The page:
BEWARE the injured golfer, or at least the golfer who has his hand stung by a wasp while he is rummaging about in the rough for a lost ball. Justin Rose emerged from a hazard on the par-5 ninth yesterday with only bruised pride and a swollen right thumb to show for his efforts.
After a long, tiring day at Gleneagles, the Englishman reflected on its only sore point. “I don’t know if it was a bee sting or a wasp, but I had the barb of the insect in me. It’s still pretty swollen and stinging a bit. Luckily, it wasn’t my left thumb because that one takes a lot of pressure. It’s the one that just sits on top and doesn’t do much. I was lucky.”
Maybe, but he was also good. Very good. After a quick antihistamine, and a successful birdie putt on the tenth, Rose was soon the picture of health, striding around Gleneagles with Henrik Stenson, forging the strongest partnership of the day for a European team who were able to sleep with the aid of a 5-3 lead last night.
No-one contributed more to that advantage than Rose and Stenson. Not only did they whip Bubba Watson and Webb Simpson 5 and 4 in the morning foursomes, they overcame a much tougher challenge in Zach Johnson and Hunter Mahan when it came to the afternoon foursomes.
While the margin of victory was only 2 and 1, the opponents were stronger, the golf was better – four under par in foursomes is no mean feat – and the
upshot was that the Englishman and the Swede were the only two players on day one of the Ryder Cup to win
Rose, in particular, produced a towering display, as his partner admitted later. “He’s got a sharp short game,” said Stenson. “He made some crucial putts and he was driving the ball nicely. If you’re out there with no real weaknesses, it’s hard not to produce good golf. I could have found worse partners.”
Stenson, who improved as the day grew older, combined with Rose to be an inspiration for Europe, exactly as Paul McGinley, their captain, intended when he asked them to lead the team out yesterday morning.
Rose loved every minute of the dawn appointment. Although he didn’t hit the opening shot – that nerve-racking privilege belonged to Simpson, who cut it high into the Perthshire sky – he hit his best drive of the day before setting off down the first fairway, the tone set.
“That was a huge honour,” he said. “This is my first home Ryder Cup, the first time I’ve experienced the majority of the crowd.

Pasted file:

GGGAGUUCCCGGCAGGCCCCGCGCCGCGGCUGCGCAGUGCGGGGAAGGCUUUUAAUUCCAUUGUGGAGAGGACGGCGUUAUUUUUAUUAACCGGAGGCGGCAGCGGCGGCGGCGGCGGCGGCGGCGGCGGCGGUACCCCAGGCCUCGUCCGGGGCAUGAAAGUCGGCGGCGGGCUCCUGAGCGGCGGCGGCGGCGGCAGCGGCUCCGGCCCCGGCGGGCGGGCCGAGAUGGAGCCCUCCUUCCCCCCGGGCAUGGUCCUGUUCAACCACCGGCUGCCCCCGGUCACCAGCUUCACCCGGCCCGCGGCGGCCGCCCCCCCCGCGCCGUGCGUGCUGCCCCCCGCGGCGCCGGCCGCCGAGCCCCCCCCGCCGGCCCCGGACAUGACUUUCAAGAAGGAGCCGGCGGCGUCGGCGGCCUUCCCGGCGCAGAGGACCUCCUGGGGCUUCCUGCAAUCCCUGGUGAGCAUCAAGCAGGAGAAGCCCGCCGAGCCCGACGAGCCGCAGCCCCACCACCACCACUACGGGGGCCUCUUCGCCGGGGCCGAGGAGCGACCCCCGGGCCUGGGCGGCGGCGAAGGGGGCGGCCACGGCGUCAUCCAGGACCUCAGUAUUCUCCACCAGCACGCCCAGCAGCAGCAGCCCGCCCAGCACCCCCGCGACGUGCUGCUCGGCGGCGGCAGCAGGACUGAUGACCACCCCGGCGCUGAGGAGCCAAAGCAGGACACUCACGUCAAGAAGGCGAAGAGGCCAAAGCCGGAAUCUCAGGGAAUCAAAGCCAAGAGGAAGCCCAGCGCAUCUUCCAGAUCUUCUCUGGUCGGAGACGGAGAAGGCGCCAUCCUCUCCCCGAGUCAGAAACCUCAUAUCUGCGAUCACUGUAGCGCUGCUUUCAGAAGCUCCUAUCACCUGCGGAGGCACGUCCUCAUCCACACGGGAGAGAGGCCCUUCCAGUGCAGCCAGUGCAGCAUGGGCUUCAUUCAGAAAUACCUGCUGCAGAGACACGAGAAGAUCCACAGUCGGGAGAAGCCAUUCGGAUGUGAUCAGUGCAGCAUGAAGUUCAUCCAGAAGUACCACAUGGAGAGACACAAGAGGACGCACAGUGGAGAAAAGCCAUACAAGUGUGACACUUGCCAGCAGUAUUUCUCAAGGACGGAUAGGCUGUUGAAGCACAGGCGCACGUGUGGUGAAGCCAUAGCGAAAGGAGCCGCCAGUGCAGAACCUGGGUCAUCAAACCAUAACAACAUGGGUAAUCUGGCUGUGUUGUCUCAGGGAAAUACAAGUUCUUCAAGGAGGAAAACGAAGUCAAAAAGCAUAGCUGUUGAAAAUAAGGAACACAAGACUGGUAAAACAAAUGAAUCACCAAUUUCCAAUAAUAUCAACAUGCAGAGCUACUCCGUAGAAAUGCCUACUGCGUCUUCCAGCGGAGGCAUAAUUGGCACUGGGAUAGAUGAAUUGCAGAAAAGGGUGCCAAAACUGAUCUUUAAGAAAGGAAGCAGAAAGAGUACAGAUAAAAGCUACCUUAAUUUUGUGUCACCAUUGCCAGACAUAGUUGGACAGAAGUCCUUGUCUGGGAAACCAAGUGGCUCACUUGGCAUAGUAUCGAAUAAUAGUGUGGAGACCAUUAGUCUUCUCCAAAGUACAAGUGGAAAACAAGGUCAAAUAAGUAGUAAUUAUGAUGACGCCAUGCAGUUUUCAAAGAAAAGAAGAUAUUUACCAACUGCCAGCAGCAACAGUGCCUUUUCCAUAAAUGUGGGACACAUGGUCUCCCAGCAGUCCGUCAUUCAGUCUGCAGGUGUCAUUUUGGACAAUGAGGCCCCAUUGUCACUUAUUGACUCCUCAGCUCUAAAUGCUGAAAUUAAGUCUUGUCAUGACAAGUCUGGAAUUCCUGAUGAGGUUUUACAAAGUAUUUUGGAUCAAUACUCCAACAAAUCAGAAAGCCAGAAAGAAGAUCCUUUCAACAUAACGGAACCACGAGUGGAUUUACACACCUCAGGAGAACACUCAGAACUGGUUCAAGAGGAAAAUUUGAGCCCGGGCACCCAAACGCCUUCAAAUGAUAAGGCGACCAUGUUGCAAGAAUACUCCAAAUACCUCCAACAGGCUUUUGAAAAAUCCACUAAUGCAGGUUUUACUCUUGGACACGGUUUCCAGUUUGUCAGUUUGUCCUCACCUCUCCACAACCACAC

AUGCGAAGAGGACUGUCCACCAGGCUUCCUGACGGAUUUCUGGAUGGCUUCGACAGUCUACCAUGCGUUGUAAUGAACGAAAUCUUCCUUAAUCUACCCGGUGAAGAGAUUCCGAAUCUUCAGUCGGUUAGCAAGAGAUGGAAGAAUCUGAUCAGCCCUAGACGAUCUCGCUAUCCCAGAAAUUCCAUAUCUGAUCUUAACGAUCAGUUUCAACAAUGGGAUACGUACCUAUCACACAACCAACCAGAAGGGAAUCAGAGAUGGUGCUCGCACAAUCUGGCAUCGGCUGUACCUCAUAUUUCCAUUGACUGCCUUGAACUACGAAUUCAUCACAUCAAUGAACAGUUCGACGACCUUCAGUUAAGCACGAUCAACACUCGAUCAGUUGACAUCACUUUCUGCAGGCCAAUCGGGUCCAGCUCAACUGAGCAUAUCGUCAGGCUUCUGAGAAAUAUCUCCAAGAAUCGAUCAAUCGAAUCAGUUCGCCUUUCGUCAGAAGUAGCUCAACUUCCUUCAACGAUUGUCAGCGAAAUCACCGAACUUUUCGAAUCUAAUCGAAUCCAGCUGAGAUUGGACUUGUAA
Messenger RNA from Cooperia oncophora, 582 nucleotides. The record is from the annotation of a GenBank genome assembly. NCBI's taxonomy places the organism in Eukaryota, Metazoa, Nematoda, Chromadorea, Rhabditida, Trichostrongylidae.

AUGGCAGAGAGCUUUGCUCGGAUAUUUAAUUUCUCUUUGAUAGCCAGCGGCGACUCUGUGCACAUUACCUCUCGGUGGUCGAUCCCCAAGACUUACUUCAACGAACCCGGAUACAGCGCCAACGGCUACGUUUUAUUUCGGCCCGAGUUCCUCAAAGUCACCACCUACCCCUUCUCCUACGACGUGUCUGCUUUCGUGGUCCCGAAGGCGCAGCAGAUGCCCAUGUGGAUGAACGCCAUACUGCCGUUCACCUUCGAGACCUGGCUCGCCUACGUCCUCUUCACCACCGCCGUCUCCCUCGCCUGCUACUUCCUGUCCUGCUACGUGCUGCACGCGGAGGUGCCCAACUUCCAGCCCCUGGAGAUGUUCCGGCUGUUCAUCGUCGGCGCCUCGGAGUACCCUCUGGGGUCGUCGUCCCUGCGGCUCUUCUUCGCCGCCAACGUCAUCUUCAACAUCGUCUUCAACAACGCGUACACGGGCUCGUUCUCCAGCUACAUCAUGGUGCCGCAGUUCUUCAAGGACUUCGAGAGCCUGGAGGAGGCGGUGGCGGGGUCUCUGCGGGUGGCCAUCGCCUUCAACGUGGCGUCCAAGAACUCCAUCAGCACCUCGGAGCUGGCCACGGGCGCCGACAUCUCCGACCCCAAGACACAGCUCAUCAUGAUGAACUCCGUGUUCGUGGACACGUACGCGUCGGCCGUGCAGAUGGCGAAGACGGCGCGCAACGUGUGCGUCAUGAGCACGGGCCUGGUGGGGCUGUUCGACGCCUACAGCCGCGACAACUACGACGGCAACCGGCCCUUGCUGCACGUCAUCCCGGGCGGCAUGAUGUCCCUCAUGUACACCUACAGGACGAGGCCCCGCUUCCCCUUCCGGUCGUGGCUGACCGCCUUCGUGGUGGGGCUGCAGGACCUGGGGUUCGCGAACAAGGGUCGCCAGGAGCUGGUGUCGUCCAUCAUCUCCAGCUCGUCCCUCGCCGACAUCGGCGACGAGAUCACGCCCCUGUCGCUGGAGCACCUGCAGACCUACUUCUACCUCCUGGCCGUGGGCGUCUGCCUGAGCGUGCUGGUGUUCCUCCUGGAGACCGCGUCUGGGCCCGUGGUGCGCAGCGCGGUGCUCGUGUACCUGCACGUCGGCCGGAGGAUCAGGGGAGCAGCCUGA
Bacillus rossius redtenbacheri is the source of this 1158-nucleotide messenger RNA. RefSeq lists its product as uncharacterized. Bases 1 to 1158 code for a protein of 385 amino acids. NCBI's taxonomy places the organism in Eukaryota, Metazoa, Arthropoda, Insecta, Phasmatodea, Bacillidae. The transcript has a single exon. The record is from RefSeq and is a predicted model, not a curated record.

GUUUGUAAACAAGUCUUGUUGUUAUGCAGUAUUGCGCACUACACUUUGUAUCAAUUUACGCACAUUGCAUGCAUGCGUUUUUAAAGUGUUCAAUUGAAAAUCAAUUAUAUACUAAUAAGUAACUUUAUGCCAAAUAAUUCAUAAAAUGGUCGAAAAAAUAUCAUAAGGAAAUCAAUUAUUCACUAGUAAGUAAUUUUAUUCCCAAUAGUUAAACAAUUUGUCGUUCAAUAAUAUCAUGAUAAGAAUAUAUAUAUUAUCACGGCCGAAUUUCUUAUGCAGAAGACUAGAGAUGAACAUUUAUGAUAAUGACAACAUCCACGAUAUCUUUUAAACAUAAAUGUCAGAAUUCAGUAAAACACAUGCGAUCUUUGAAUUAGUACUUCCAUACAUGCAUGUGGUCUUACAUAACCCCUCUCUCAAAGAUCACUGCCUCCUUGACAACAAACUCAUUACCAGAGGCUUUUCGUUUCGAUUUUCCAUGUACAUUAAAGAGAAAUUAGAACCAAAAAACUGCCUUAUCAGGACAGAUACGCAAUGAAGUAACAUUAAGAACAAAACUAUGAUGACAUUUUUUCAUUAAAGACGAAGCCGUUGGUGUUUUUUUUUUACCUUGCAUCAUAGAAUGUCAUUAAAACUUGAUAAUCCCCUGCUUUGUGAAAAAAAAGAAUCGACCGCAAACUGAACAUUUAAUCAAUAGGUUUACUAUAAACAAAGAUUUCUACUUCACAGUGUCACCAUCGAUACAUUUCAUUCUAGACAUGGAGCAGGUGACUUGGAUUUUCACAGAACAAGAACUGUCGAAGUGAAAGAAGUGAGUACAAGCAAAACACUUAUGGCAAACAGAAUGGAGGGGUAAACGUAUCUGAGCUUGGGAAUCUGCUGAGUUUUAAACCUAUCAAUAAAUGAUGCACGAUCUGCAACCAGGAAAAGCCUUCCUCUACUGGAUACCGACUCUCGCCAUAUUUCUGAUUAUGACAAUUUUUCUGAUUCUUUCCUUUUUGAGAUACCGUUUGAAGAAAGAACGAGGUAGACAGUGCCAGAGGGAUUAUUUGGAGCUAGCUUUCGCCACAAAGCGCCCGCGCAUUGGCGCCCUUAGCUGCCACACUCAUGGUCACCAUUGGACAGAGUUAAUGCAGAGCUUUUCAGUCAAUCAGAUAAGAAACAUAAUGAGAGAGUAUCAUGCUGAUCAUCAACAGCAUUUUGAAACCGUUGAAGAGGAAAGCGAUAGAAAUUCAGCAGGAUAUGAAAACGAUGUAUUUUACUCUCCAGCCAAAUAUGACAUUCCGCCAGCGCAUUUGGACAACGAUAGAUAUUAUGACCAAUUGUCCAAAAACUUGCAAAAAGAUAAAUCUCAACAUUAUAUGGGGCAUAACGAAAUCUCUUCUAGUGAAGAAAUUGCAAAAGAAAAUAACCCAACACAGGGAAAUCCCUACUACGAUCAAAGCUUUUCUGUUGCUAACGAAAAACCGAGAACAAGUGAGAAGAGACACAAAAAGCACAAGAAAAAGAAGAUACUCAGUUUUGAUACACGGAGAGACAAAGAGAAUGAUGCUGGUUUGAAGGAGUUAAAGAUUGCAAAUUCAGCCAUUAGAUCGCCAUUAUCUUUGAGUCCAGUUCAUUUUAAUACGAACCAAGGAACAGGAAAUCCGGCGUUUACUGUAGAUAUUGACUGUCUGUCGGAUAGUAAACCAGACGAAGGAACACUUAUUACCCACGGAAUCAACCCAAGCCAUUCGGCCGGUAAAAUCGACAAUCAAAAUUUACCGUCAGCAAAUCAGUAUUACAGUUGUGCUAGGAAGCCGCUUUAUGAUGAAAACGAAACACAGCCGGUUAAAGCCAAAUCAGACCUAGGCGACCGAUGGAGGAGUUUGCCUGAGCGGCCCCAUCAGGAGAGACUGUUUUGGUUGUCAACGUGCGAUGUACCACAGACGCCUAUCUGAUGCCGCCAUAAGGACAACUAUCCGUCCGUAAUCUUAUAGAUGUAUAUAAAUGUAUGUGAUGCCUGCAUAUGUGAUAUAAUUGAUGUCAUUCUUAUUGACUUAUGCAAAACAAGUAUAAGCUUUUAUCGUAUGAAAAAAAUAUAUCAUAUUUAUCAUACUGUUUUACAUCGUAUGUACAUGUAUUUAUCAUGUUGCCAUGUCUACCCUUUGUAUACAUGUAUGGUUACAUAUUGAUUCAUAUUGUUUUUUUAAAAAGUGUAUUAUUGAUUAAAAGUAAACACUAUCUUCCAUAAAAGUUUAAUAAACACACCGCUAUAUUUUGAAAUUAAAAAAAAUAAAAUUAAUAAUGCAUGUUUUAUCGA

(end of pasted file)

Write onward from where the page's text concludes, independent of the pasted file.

“Although the noise was amazing, for me it was the visual. Looking down the fairway and seeing ten, 20 people deep from tee to green was just an amazing sight.” The afternoon atmosphere was more subdued, but Rose again led by example, especially with the putter. After all the hype about Ian Poulter and Rory McIlroy, you wondered if the 2013 US Open champion, a veteran of two previous Ryder Cups, had been the leader all along.
Rose, of course, is too modest to admit as much. “Henrik and I were a strong pairing, therefore we warranted playing first, but Sergio and Rory are equally strong. They were kind of like the anchor match. In no way did I see it as our role to be the leader. It was our job to put a point on the board and start things the right way.”
Neither is he comfortable with suggestion that he is the new Poulter. “I don’t think so,” he said. “My record is strong, but Poults’ passion for it, his flair. . . he really revels in that.
“I like to go out and just play a good hard match and deliver for my team. I’m not interested in anything other than delivering a point.”
That he supplied two alongside Stenson justified McGinley’s faith in them. They complement each other as players and people. They are neighbours in Lake Nona, Florida, they travel together and their children are friends.
Rose has played most of his Ryder Cup golf alongside Poulter, a very different personality to Stenson. “Henrik’s intense, but not outwardly so,” said Rose. “He doesn’t express it with huge shows of emotion, but he stays focused the whole day, just like Ian does. He’s a great partner, a partner you can rely on.”
Except on the 12th yesterday afternoon, when the Swede’s birdie putt came up woefully short, leaving Rose with a nasty ten-footer for par. By holing out for a half, he kept Europe one up, and laid claim to a shot that was as big as any he had executed all day.
No wonder McGinley has selected Rose and Stenson to partner each other in this morning’s first match. If they can secure another point, this time against Watson and Matt Kuchar, the Europe captain will be hard pressed to leave them out in the afternoon.
With the singles to come tomorrow, that would mean five matches in three days for the team’s top pairing. It would be a tall order around the PGA Centenary Course – which is physically and mentally demanding, even without the windy conditions – but if McGinley thinks they are up to it, so does Rose.
“I played all five at Medinah, and I played four in my first Ryder Cup, so I have always played a lot of matches,” he said. “There might be times when you just let a good thing keep riding.”